component of natural mixtures according to different uses and product types;
• Substitution of the allergen with a suitable less or non-allergenic compounds;
• (Re-)formulating the fragrance or fragranced product with the aim of limiting
or eliminating those substances for which a sensitising potential has been shown;
• Deliberate avoidance of the use of fragrances where they are not essential to
the function or purpose of the finished product;
• Information, e.g. labelling so that the consumer may make an informed choice
to avoid exposure to a particular ingredient.
44. Perfumes used in cosmetic and personal
shampoos Dry hair-chamomile, rosewood and palmarosa
Oily hair-lemongrass, patchouli, sage, cypress and cedar-wood,
while geranium, spearmint, tea tree and juniper
soap essential oils-almond,olive oil and lard
Creams and lotions Floral family
deodorants aloe, cucumber, green tea or lemongrass
lipstick neroli, orange flower, narcissus, musk and vanilla.
45. Generally speaking, fragrances are powerful bridges to the wealth of memories that we all
have tucked away in our minds. The list of wonderful scents utilized in the cosmetics and
personal care products is formidable. Below are some all-time favorites and the emotions
Lavender: The hidden force behind herbal, mild, sweet, floral lavender lies in its calming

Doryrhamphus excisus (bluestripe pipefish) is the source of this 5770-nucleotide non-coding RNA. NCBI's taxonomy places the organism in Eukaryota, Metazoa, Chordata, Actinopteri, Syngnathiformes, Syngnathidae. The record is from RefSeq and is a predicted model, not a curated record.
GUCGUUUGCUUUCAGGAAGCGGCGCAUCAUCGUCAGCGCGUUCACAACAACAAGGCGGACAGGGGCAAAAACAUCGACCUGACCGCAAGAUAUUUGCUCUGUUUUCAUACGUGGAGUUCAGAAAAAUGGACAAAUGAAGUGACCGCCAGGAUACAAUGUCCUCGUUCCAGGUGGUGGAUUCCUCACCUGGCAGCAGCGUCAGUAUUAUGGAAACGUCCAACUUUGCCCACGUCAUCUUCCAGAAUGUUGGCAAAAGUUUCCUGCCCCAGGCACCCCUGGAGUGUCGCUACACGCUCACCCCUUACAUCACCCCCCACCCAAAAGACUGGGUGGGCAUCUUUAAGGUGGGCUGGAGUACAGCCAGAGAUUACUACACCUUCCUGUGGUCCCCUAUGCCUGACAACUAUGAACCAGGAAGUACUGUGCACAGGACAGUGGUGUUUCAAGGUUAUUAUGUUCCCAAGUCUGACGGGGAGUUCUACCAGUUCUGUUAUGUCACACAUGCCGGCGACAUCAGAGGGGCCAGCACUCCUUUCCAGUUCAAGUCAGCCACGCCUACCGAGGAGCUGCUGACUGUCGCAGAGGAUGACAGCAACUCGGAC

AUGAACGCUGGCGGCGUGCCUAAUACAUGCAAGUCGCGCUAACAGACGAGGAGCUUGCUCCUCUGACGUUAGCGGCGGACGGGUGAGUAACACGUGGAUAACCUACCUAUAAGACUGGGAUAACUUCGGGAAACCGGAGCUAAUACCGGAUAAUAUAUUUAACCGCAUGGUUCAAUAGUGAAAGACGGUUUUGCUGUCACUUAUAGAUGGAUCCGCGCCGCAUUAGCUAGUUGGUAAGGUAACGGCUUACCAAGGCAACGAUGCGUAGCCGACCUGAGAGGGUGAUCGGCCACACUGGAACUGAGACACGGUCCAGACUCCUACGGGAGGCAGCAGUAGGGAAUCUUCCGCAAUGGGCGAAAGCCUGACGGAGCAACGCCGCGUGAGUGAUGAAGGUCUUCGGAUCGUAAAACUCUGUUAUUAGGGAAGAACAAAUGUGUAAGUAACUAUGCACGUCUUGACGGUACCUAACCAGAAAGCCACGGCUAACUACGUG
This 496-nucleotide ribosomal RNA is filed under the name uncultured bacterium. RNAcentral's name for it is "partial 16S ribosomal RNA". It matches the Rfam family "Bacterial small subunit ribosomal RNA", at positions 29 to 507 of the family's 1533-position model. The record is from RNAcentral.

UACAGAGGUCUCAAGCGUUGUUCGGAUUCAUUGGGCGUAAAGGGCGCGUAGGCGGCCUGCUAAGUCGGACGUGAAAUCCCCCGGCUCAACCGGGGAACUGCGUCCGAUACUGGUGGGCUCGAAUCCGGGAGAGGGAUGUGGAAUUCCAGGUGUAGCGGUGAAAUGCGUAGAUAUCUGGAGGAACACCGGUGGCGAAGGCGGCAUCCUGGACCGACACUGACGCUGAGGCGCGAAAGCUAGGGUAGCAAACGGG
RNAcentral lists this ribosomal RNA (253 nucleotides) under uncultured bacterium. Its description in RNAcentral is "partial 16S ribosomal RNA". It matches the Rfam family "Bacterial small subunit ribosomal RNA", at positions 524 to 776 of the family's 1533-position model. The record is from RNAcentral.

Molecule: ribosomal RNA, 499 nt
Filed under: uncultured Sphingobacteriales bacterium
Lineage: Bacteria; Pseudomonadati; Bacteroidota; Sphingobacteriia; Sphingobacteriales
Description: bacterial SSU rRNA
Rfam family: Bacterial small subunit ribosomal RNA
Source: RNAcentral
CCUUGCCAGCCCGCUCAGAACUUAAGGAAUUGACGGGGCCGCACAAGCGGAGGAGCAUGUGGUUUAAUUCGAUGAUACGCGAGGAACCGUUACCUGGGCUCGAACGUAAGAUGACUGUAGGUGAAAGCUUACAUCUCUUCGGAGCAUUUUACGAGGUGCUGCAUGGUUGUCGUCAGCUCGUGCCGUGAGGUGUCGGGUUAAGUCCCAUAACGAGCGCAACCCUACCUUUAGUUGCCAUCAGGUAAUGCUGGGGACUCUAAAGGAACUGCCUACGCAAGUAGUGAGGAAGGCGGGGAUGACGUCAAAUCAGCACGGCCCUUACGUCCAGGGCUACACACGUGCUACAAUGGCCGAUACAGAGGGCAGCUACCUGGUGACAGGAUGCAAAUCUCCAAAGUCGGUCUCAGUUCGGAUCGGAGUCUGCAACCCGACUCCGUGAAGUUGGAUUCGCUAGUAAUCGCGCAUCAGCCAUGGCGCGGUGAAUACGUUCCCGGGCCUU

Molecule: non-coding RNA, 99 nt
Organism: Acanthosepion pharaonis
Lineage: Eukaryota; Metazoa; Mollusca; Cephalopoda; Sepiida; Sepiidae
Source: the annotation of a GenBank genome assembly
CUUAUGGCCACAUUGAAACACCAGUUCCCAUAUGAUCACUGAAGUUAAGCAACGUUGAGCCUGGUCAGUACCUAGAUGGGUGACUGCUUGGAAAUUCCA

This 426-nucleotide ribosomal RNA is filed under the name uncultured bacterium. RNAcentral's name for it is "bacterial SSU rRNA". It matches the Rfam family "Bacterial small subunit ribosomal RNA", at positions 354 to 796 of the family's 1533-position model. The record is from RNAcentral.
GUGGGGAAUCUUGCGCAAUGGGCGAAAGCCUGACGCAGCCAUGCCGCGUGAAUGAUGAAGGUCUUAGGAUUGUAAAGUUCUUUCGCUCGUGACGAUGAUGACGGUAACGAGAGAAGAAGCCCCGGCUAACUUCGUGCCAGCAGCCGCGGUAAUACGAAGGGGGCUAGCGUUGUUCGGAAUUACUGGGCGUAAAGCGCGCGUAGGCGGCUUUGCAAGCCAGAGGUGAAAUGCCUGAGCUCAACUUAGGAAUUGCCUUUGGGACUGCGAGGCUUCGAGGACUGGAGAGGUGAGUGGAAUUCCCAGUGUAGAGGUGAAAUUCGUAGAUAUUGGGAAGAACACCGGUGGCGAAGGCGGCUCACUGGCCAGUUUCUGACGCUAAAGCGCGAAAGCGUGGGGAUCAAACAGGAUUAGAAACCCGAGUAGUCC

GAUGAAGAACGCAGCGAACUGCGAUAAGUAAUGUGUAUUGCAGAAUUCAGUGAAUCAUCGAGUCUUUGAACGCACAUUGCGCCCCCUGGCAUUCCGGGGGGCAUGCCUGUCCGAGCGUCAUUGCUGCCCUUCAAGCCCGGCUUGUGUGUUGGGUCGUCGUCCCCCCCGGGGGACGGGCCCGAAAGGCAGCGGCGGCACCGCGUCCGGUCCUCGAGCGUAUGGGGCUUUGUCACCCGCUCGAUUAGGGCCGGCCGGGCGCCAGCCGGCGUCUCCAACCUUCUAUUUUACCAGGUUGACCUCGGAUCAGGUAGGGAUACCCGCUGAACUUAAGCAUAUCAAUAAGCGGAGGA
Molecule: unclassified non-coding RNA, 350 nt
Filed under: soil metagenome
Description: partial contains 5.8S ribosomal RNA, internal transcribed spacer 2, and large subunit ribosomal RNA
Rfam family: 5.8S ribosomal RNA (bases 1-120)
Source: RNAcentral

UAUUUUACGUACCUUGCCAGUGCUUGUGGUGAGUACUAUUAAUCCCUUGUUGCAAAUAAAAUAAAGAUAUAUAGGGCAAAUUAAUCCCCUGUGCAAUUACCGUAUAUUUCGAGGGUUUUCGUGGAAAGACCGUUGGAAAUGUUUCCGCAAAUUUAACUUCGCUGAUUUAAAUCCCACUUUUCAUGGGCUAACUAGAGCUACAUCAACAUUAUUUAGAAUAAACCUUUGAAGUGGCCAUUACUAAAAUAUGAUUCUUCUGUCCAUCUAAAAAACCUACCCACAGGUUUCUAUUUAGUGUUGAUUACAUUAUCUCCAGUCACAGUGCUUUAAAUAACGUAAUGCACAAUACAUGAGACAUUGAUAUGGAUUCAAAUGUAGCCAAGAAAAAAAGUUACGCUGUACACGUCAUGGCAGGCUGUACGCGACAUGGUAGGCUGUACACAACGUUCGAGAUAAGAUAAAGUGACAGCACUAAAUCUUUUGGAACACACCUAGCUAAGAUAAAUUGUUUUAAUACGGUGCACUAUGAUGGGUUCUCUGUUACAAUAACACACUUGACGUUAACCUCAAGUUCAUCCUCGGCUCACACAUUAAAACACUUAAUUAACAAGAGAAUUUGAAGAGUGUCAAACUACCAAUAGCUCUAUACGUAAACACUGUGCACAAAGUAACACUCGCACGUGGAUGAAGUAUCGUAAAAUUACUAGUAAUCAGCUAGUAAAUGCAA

properties. This scent has a soothing effect on nerves and is known to help release nervous
tension, decrease heart rate and treat headaches.
Cypress: This smoky, pine-like, pungent and spicy scent is invigorating to the spirit. It eases
anxiety and relieves sorrow.
Jasmine: This is a strong, yet sweet pleasing and romantic fragrance. It is known to relieve
anger, ease depression, energize and increases confidence.
Sage: Strong, earthy, warm, woody, aromatic and pungent, sage is known for its ability to
invigorate and help overcome fatigue and to ease sorrow and depression.
Lemongrass: This fragrance with its strong, lemony, sharp, pungent and fresh notes is used in
soaps and cosmetics and blends well with attar of rose, geranium, rose and citrus,
particularly lime and orange. It is said to invoke alertness and improve circulation and muscle
Chamomile: Known to relieve anger, lessen stress, reduce nervous tension, insomnia and
irritability, there are three kinds of chamomile. The German variety has a sweet lingering
scent, reminiscent of apples. Roman chamomile is often used in perfumes and is warming,
heady and sweet, while wild chamomile is warm, woody and musky.